When you hear the word retirement, what often comes to mind? More time with the family, travelling the world, settling on a beachside estate or going uphill and enjoying the fresh air? Okay, maybe you want all of those and we don’t blame you. After years of hard work, blood, sweat and tears, we all deserve good, happy, relaxing, comfortable and secure years for retirement. But unlike regular employees, business owners cannot simply say they want to retire. There’s a process to be dealt with and that is called a Members Voluntary Liquidation.
A Members Voluntary Liquidation or also referred to in its acronym as the MVL is a liquidation procedure that seeks to formally close down a solvent company, wind up its operations and redistribute all of its assets to its shareholders and owners. To have one on the roll, the company must first file and prove its solvency or its capacity to fulfill all of its obligations as they mature for at least twelve months. This is to ensure that the MVL is not used to escape liabilities. It’s also a means to protect the corporate creditors.
Apart from retirement plans, other reasons and situations may also lead to an MVL. One would be for purposes of investment. Owners and shareholders may wish to put their money someplace else or put up another business. It could also be due to the completion of objectives or the cessation of the organizations’ purpose. The death, loss, resignation or retirement of a vital member of the organization which greatly affects operations and profitability may also lead to an MVL for purposes of avoiding future consequences and losses that could arrive out of it.
Liquidations even for solvent and fully operational entities can become really stressful. As a matter of fact, it will involve a lot of paper work, meetings with shareholders and creditors and many more. This makes it a great idea for owners and directors to hire the services of a qualifies liquidation practitioner who will not only guide you through and make you understand the Members Voluntary Liquidation process but also be the one to liquidate the assets, hold the necessary meetings, find a trusted appraiser to safeguard asset value and manage tax affairs among others. You deserve that amazing retirement and for you to truly enjoy it, you must first formally close the company properly.
A winding up petition at court is the least thing that entrepreneurs and business owners would want to greet them first thing in the morning. It’s like smelling bacon, eggs, pancakes and brewing coffee then heading to the kitchen to realize that it’s the neighbors and you are seriously late for work. Plus, you’ve got a dead tire. Awful would be an understatement. But what exactly does that petition do? Read on up to get a clearer picture of things.
By definition, a winding up petition at court is brought about by disgruntled creditors after having exhausted other possible means of collecting the debt that is owed to them by a company. In most if not all cases, such is the last resort for creditors given that much of the filing and other relevant costs will be borne by them. It is a process enacted by a court order that forces the debtor company to liquidate wherein proceeds are to be distributed to the creditors in proportion to their interests if not in full.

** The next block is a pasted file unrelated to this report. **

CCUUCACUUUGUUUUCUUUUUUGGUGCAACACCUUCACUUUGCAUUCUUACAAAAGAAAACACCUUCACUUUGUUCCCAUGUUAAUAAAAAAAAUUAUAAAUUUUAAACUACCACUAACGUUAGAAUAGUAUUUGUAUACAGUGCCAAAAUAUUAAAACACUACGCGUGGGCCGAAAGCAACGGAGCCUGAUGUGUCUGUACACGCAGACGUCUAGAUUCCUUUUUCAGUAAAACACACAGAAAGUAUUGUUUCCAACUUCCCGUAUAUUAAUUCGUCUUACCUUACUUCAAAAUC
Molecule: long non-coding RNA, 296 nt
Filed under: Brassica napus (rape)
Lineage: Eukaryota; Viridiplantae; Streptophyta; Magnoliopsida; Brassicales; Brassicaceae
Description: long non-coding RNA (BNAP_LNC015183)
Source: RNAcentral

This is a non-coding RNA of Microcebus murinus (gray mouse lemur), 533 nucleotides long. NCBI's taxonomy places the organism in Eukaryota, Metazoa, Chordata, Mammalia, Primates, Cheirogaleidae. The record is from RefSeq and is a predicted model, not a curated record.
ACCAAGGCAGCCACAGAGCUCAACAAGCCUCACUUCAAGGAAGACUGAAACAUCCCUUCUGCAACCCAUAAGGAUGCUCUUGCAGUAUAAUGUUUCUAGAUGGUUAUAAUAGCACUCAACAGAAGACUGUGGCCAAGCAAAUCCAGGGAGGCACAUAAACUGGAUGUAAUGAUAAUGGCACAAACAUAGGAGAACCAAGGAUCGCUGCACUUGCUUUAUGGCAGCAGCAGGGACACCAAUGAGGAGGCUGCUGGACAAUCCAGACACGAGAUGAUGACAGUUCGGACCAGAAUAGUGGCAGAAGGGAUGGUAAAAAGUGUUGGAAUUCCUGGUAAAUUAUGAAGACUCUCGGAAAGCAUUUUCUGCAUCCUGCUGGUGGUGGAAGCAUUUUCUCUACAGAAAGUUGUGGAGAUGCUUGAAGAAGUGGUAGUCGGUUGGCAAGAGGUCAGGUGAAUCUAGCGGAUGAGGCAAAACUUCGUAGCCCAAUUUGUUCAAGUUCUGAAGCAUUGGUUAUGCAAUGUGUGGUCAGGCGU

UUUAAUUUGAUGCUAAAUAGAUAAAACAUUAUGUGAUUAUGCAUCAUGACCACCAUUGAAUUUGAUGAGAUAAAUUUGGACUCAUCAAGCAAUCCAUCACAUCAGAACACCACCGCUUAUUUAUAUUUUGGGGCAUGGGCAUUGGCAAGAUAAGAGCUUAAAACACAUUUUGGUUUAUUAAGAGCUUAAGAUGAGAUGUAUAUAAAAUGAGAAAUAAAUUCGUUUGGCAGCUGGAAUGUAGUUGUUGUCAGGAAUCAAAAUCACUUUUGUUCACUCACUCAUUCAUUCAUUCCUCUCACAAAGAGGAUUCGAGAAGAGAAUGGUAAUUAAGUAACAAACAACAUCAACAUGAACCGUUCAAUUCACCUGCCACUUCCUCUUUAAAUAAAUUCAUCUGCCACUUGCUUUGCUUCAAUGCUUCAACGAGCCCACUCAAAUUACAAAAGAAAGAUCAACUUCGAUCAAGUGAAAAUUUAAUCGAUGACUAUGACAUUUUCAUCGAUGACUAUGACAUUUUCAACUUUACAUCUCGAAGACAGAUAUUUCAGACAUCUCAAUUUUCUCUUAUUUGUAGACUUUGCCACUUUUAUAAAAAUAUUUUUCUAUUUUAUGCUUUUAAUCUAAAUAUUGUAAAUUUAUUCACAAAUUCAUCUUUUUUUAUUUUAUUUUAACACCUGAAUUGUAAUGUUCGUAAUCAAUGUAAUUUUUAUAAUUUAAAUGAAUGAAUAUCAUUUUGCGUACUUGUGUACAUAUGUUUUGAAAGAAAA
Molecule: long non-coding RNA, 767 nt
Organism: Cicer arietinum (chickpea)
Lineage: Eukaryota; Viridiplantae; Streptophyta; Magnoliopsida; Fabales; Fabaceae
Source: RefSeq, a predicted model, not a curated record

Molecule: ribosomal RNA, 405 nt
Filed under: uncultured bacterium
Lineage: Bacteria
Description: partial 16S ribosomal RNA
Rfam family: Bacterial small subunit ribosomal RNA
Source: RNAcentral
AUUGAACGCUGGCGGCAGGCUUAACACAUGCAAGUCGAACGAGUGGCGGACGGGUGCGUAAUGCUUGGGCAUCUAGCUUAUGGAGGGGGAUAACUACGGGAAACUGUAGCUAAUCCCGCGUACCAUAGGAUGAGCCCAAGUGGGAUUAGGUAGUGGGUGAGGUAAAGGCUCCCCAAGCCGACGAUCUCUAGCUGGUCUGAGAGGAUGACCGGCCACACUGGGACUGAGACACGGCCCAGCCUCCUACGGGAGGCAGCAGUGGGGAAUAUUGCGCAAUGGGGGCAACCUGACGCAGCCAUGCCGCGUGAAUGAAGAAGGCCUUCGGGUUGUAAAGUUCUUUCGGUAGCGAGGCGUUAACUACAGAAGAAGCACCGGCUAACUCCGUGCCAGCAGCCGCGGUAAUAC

As for the debtor company, the effects of a winding up petition at court can be hugely detrimental and we’ve listed these below for your perusal.
- It puts your bank accounts on freeze. – The company cannot anymore release dividends or distribute profits, if any, to its owners and stockholders. If any, only amounts that are related to the liquidation are allowed to be spent.
- It forbids any form of asset transfers. – The company can no longer sell off any of its fixed assets and properties in whole or in part. All that will be liquidated with proceeds given to creditors. Any sale made is reversible and are deemed invalid by the law.
- It can put owners and directors personally liable. – If proven that owners and directors failed to put creditor interest before theirs, they can be made liable and can pay the latter up to their personal assets.
- It puts the business in liquidation whether it wants to or not. – Once the winding up petition at court has been released with a court order, the debtor company will have no other choice but to cease operations, stop business and close shop. It will have to liquidate all of its assets and all proceeds including any other corporate liquid funds for distribution to the creditors.
Insolvency in its simplest sense is a state where an entity cannot anymore fulfill its obligations or in short its debts. There are so many things that it can bring to a business should it choose to rear its ugly head and the expert team at AABRS.COM is here to help us understand them and hopefully guide us to making better decisions to minimize its fatal consequences.
Whether or not an entity is insolvent can be measured in two ways or tests as follows:
- The balance sheet test pertains to when the liabilities in the financial statements exceed the amount of assets that the company has at a given period, while
- The cash flow test is when the outflows are greater than the inflows of cash.